3. The next column requires a definition of your past work. Past work is work that you have done over the last 15 years. Work is defined in the Dictionary of Occupational Titles by exertional level and skill level. The question about whether or not you have transferable skills is one that is typically answered by a vocation expert (“VE”) at a disability hearing. Your lawyer should be familiar enough with the dictionary to give you an approximation of what a VE might say at your hearing.
  4. The final column tells you whether or not an Administrative Law Judge would be required to award benefits.

 

Grid Rules Example

Example: Scenario: Claimant is 51 years old, capable of performing sit-down work (sedentary exertional level), is a high school graduate and has past work at McDonald’s.

Step 1:

Locate the table under sedentary work.

Step 2:

Find the three rows for high school graduates.

Step 3:

I googled ‘dictionary of occupational titles fast food worker’ and found a job actually titled FAST-FOODS WORKER. 

If you click on that link, you’ll see at the bottom in bold that the strength of this job is “L” and the SVP of this job is “2”.  (SVP 1-2 is unskilled; 3-4 is semi-skilled; 5 and up is skilled work).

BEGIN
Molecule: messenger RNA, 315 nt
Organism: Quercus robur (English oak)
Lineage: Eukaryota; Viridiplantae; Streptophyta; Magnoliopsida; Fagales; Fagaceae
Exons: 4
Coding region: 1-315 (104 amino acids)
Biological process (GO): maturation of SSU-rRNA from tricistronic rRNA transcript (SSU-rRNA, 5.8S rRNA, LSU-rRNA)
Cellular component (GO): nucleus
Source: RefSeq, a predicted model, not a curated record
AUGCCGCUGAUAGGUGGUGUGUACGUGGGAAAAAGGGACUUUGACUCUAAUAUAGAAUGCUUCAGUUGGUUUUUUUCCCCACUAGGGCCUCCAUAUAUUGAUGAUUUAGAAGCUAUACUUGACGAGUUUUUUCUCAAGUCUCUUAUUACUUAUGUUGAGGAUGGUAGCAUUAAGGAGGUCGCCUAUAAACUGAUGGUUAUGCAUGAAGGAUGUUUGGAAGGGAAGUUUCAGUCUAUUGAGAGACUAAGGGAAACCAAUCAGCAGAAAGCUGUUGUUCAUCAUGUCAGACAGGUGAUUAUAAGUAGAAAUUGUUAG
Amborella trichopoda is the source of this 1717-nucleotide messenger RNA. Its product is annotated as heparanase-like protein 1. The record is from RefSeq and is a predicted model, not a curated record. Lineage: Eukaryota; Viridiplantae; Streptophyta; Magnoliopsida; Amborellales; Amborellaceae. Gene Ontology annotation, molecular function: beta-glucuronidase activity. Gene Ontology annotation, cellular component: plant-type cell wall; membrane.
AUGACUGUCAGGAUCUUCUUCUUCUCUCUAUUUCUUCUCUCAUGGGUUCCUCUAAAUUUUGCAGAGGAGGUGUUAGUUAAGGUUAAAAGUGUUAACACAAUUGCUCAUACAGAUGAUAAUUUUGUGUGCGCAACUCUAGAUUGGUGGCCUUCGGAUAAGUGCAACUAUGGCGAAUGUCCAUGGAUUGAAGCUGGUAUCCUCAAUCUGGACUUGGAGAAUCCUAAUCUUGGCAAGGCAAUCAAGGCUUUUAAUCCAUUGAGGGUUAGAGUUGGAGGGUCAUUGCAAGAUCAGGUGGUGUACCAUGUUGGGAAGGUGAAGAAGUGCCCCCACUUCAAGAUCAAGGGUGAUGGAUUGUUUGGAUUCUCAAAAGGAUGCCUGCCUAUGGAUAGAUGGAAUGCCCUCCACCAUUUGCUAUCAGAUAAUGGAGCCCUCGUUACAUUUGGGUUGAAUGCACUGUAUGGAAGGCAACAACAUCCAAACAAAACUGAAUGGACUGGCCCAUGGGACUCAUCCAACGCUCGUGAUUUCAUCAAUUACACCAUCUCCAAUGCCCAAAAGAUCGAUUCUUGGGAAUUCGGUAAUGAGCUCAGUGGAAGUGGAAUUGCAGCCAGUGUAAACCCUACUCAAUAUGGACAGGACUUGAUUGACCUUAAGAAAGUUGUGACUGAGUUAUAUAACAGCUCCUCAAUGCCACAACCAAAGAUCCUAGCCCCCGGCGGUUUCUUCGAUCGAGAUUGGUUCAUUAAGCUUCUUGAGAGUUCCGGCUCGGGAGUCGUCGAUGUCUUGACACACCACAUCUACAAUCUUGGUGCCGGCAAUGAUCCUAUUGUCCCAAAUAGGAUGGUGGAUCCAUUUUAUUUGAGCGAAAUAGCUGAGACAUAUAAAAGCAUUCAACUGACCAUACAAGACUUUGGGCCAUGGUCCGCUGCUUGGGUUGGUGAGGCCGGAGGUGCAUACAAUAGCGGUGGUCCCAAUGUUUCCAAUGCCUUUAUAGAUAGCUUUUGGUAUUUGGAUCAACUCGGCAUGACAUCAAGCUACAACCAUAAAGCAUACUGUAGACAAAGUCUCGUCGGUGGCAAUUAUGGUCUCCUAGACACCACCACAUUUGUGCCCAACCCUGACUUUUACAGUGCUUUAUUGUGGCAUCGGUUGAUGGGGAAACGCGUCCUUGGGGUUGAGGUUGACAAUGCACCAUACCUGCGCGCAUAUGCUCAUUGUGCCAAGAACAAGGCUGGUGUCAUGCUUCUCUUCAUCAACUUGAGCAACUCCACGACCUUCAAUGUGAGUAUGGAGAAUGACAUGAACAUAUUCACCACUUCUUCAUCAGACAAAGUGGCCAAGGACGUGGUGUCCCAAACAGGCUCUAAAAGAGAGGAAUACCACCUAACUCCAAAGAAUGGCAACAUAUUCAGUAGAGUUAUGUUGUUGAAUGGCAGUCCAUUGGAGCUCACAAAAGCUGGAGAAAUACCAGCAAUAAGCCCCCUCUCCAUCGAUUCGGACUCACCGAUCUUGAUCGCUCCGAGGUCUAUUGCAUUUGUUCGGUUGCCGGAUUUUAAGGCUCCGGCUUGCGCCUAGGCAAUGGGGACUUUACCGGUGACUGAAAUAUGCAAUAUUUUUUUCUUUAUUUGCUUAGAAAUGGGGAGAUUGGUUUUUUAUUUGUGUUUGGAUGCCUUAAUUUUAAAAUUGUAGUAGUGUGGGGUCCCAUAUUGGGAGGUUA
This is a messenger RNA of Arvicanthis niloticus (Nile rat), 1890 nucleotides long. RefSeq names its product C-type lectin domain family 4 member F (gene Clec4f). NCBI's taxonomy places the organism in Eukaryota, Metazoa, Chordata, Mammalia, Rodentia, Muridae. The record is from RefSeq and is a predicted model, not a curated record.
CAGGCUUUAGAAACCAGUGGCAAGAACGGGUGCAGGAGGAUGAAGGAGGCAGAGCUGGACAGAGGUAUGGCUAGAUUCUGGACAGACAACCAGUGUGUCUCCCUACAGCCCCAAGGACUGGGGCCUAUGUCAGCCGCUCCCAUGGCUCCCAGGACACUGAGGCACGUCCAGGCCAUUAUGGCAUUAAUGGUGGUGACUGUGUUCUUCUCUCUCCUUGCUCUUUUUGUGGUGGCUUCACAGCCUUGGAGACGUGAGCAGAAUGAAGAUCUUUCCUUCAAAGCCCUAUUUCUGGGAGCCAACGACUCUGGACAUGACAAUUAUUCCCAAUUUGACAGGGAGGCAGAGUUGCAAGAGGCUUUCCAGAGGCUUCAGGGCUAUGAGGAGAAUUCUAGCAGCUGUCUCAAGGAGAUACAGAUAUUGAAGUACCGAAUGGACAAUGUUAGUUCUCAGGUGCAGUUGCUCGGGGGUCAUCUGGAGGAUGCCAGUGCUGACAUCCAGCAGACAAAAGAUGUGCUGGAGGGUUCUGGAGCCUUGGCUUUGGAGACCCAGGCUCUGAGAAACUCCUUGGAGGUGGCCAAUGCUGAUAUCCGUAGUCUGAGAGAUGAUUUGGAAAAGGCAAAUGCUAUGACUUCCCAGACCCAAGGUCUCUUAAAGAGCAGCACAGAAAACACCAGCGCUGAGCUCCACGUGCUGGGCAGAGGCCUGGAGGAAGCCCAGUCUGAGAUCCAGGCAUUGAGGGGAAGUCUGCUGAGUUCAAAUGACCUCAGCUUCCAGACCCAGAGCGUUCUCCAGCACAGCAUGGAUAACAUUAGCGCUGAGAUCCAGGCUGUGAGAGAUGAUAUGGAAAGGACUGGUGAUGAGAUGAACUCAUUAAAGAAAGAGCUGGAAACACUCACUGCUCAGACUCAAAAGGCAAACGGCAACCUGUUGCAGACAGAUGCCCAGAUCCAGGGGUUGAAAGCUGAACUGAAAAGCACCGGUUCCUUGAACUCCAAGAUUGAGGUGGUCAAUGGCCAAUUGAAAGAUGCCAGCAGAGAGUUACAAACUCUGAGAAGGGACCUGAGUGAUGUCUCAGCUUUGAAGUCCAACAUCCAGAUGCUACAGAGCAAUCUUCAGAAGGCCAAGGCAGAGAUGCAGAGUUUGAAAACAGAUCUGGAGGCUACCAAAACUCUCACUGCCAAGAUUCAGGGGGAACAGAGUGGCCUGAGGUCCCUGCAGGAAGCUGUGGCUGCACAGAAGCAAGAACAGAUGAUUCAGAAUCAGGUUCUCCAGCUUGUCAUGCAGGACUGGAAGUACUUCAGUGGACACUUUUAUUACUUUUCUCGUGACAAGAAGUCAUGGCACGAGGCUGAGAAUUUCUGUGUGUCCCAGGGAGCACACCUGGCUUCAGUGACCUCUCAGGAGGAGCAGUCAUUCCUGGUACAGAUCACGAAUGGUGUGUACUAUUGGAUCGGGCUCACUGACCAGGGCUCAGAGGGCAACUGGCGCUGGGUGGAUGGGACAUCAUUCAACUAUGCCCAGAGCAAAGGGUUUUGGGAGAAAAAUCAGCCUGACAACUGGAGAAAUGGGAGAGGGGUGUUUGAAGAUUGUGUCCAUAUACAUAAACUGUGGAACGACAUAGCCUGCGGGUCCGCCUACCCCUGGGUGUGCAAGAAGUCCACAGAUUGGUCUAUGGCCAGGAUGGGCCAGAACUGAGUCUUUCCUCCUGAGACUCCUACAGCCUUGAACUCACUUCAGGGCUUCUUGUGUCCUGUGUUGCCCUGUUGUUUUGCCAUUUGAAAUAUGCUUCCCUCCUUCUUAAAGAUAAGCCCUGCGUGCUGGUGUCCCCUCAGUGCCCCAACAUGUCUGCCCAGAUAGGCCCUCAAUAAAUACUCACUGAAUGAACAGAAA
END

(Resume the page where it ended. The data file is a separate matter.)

Step 4:

Note that the 4th row in the sedentary table has the same education and work experience as our example and warrants a finding of disabled.

Decision: Under these facts, the claimant would be found disabled. 

Sedentary Grid Rules: Code Of Federal Regulations
EducationSkill LevelDecision
Completed 11 grade or lessUnskilled work or no workDisabled
Completed 11 grade or lessSkilled or semiskilled work but skills are not transferableDisabled
Completed 11 grade or lessSkilled or semiskilled work with transferable skillsNot disabled
High school graduate (or GED) or higherUnskilled work or no workDisabled
High school graduate (or GED) or higherSkilled or semiskilled work but skills not transferableDisabled
High school graduate (or GED) or higherSkilled or semiskilled work with transferable skillsNot disabled